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Exploring 'gray area' of ticket law

Jim Holzman is president of Ace Ticket, the largest ticket reseller in Massachusetts, offering tickets to sports, music, and theater events online, by phone, and in person at five office locations in Allston, Brookline, Chelmsford, Framingham, and Saugus. He spoke to reporter Bruce Mohl.

Q: On your website, you were recently selling $23 bleacher seats to the Aug. 18 Red Sox-Yankees game at Fenway Park for $159. How does that comply with the state's antiscalping law, which limits the markup on resold tickets to $2 plus certain service charges?

A: The law is a gray area. The state is looking now at what they should do. We feel the free market should reign. The market will dictate what the prices should be. But there should also be consumer protection. We feel resellers should still be licensed by the state, their sales policy should be posted, and they should have an 800 number, a storefront, and a hefty bond.

Q: The state doesn't enforce the antiscalping law now, but what if that were to change?

A: If they ever took the law and made this illegal, then one of two things would happen. Dozens of small businesses, such as Ace Ticket, would be forced to either go into a black market situation and not pay taxes or be forced over the state line into New Hampshire.

The secondary ticket industry has grown from $500 million to about $5 billion over the last 10 years. The industry is not going to go away. It would be foolish for the state to put hundreds of people out of work and lose millions of dollars in tax revenue.

Q: How did you get into the ticket resale business?

A: In 1982, I was selling tickets on a regular basis to local music shows. I did it part time. I actually ran a chain of shoe stores by day and did the music at night. In 1990, I decided to focus just on tickets.

Q: Where do you get the tickets you resell?

A: The tickets come from me dealing with thousands of individuals, whether it's an individual or a company. People sell me everything from one extra ticket to a full season ticket. The longer you do this, the more people you find with tickets.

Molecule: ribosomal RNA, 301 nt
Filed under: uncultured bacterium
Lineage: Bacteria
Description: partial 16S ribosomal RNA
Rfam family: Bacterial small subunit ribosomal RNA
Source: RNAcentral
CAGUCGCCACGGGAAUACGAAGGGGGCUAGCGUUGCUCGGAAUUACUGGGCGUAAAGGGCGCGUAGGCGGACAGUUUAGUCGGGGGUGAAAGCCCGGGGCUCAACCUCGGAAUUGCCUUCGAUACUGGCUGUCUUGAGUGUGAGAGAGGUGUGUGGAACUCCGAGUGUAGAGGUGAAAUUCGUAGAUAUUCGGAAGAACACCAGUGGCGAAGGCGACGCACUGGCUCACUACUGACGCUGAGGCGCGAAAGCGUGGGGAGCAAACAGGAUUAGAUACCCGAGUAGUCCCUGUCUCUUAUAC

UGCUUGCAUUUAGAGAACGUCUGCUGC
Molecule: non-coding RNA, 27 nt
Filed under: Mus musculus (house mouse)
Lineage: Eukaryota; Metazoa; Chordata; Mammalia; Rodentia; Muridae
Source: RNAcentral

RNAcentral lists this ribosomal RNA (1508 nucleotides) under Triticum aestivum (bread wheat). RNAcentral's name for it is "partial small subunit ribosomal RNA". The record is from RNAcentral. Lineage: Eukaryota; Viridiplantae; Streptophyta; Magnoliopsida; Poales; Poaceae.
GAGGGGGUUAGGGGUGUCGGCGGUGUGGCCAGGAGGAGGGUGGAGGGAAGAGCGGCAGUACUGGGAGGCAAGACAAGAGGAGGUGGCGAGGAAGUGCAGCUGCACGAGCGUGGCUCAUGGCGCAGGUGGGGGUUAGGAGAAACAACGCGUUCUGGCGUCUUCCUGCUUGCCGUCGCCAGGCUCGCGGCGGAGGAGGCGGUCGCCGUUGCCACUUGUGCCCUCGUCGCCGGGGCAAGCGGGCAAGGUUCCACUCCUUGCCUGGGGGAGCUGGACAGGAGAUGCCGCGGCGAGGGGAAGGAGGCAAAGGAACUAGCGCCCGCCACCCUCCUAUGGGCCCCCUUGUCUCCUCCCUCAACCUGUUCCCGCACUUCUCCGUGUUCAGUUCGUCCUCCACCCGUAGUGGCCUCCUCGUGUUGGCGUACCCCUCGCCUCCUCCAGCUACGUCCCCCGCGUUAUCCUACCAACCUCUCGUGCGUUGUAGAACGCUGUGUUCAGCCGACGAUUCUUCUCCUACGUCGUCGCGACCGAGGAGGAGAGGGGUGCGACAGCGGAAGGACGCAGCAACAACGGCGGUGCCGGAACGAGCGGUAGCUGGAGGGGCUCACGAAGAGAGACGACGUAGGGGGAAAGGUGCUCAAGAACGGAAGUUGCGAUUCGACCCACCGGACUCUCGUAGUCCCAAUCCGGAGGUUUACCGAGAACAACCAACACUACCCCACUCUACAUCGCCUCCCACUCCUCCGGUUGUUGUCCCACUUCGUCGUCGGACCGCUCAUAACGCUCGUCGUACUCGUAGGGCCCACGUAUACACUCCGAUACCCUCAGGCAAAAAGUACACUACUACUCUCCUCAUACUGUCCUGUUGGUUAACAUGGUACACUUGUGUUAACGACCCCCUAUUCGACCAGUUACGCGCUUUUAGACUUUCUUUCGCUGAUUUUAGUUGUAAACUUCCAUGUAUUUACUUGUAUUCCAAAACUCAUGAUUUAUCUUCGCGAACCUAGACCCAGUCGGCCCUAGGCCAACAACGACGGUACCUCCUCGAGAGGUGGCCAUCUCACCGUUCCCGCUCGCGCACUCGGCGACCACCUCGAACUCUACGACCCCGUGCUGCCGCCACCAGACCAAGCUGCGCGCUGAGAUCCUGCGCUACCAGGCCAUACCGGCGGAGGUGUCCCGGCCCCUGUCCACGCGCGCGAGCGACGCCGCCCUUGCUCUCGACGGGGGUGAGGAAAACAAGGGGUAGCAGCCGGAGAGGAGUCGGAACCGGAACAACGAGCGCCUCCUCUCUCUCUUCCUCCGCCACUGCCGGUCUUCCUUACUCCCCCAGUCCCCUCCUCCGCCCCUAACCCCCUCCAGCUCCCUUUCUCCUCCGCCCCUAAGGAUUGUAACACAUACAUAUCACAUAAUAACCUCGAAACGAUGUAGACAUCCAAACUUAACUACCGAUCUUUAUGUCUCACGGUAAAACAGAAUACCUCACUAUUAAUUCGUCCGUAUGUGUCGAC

Q: Why do you tell your customers to say the tickets were a gift if anyone asks?

A: We've stopped doing that. It was really to protect season ticket holders from any harm that may possibly come their way.

Q: Do you ever get stuck with tickets you can't sell?

A: We get stuck a lot more often than people realize. We try to turn a negative into a positive, and give the tickets away to charities. I hate to see any ticket go to waste. We actually have a policy of giving $100,000 of tickets and money per year to charity.

Q: You resell tickets to most events. Are some riskier than others?

A: There's absolutely risk involved. A year ago in Worcester, we lost five figures on Madonna tickets that had a $350 face value. Right now you need to take a hard look at Barbra Streisand. How many tickets would you buy at $800 to make $100?

Q: When you go online looking for Red Sox tickets there seem to be a lot of them available. Where do they all come from?

A: A lot of times, you'll see the same tickets over and over again on the websites. We sell our own inventory. As a result, when you buy a ticket on our website you're buying a ticket in real time. With many of our competitors' websites, you have to wait 24 to 48 hours before you know you get that ticket.

Q: You paid $11,000 at a charity auction for the gorilla suit that Red Sox general manager Theo Epstein wore to elude the press at Fenway Park on Halloween 2005 during a contract dispute with the club. Does it fit?

A: It fits me OK. We actually do plan on using him as Ace the Gorilla, a mascot, and have him giving away items such as envelopes filled with tickets. It's really guerrilla marketing at its finest.

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